Politics, metal and hardcore punk come together in a fantastic nexus for Bellingham, Washington’s Dryland, who are releasing their new EP, Dances With Waves this Monday, 4/20. Bassist Hollie Huthman has been with the band (which also features two guitarists named Ryan, Noah Burns on Drums and Brad Lockhart handling vocals) since its inception – but in addition to providing the low end for the band, she also owns the esteemed Bellingham venue the Shakedown, and has a serious hand of civic duties, too: She’s a City Council member. We got the chance to chat with Huthman as Dryland prepares for the release of their incredibly heavy EP, which you can hear ahead of its release below, exclusively on The Pit.
The Pit: Playing metal music and being into politics is an interesting mix of things. Which did you want to do first?
Hollie Huthman: I didn’t actually think that I want to be involved in politics at all until the last couple years. Part of my motivation was that there’s really nobody like me in politics. It’s nice to have that different perspective in an elected official. And actually, Joey Shithead from D.O.A. is on city council in Burnaby, Canada, so I guess he might have been a little bit of an influence without me really thinking about it.
Right! Well, you said your interest came recently, within the last couple of years, so did that have to do with the election of some of those larger powers at be?
Definitely! With Trump’s election being so disappointing, I had that train of thought of ‘dammit, we need less old, white rich men in office and that more young women should run for office.’ And then I thought maybe that’s something that I could do. I tend to gravitate towards leadership roles, but it’s usually only after I’ve seen other people fail or not enough people stepping up. I look forward to maybe inspiring other people to run and then I don’t have to run anymore because they’re gonna do better than I do.
I’m curious, with running the Shakedown and playing in Dryland, did any of that affect your running for the position? Has one kind of gotten in the way of the other?
That was something that I was curious about, too. Like, how would they affect each other? Good and bad, is what I’m finding out.
Definitely more people knew me when I was running because I’m the more visible business partner with the Shakedown on kind of the core visible partner, and I’m the first city council member in 20 years who actually owns the brick and mortar business. My passion for the arts and music community, having been involved with it for so long, has added a perspective on council that was really needed and wanted. But it’s affected mostly the venue, I think. With Dryland, both Brad and I got really busy around when I was campaigning. We were still practicing, but I didn’t have a lot of time to go out and do shows. Other priorities kind of took over anything, and that was happening with Brad, too. We created this really great album that we’re really proud of, so it was kind of like ‘Oh, yeah, we should get around to releasing that at some point.’ I don’t really see it getting in the way of the band, though, unless everyone wanted to do something crazy like touring for months or something.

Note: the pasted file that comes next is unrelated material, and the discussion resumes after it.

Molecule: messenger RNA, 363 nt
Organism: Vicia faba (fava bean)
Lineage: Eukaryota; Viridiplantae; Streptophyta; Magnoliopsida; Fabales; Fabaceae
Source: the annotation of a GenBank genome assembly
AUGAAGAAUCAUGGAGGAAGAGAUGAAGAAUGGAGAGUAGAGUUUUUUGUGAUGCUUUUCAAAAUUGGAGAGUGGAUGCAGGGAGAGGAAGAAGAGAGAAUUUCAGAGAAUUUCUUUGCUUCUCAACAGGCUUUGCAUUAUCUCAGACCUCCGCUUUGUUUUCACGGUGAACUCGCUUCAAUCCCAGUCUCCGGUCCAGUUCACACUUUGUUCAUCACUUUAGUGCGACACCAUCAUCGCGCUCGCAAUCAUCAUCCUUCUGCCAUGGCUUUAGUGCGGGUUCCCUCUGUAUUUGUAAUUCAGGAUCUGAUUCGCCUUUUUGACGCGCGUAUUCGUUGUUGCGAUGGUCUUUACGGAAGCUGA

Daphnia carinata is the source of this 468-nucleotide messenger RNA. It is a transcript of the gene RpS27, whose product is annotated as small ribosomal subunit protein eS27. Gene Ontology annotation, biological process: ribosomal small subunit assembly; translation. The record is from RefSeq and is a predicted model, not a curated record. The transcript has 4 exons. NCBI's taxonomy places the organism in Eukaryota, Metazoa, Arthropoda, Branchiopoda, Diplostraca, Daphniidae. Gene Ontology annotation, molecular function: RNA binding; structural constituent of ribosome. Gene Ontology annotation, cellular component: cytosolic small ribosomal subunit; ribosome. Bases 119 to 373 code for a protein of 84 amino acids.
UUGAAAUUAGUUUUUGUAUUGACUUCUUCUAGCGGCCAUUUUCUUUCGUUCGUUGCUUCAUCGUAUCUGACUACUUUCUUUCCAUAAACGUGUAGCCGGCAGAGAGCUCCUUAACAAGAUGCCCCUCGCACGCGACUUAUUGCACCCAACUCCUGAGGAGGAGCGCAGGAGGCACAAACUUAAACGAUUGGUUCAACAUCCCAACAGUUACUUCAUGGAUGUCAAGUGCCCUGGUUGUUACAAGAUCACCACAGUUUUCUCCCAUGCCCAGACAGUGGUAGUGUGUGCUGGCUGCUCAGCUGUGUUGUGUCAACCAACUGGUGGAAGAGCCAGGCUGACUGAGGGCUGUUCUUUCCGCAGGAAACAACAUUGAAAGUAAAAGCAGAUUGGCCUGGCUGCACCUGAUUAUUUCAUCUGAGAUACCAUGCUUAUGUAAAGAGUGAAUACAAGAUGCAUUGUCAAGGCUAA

Speaking of Brad, I know he wrote the lyrics and Ryan Clapper wrote the music for the new record, but did you get to have a hand in writing some of your bass lines or other facets of the record?
I’m not much of a writer myself, but if I had my idea it’s totally acceptable for me to run with it.
I do sometimes but I’m just perfectly happy playing and not necessarily writing. Dryland is this aspect of my life that I am not the most responsible one in the group. I enjoy that about it because that’s not true for other aspects of my life.
What’s your favorite song on the EP to play?
I don’t really have one favorite. I probably think of each of them like children — I love them equally, but in different ways. They’re all so much fun. Each song has something in it that gets me a little bit excited to play in it, whether it be lyrics or a riff or a drum part that I think is super fun. Of some of our older stuff, though, “Moss Lord” off our first record is definitely my favorite. The story, lyrics and the imagery are just really cool. And it’s the one that people will tend to sing along with and get really into when we play.
One last thing, as a venue owner, musician and general music lover, what would be your dream bill to have at the Shakedown once all of this quarantine is over?
Oh, gosh. I’ve got so many on a list running through my head. But if I had to choose, it’d be a mixed bill: Hot Snakes opening, then Akimbo, so they’d have to reunite. Then Chelsea Wolfe to close it out.
Words by Cervanté Pope
Photos by Tommy Calderon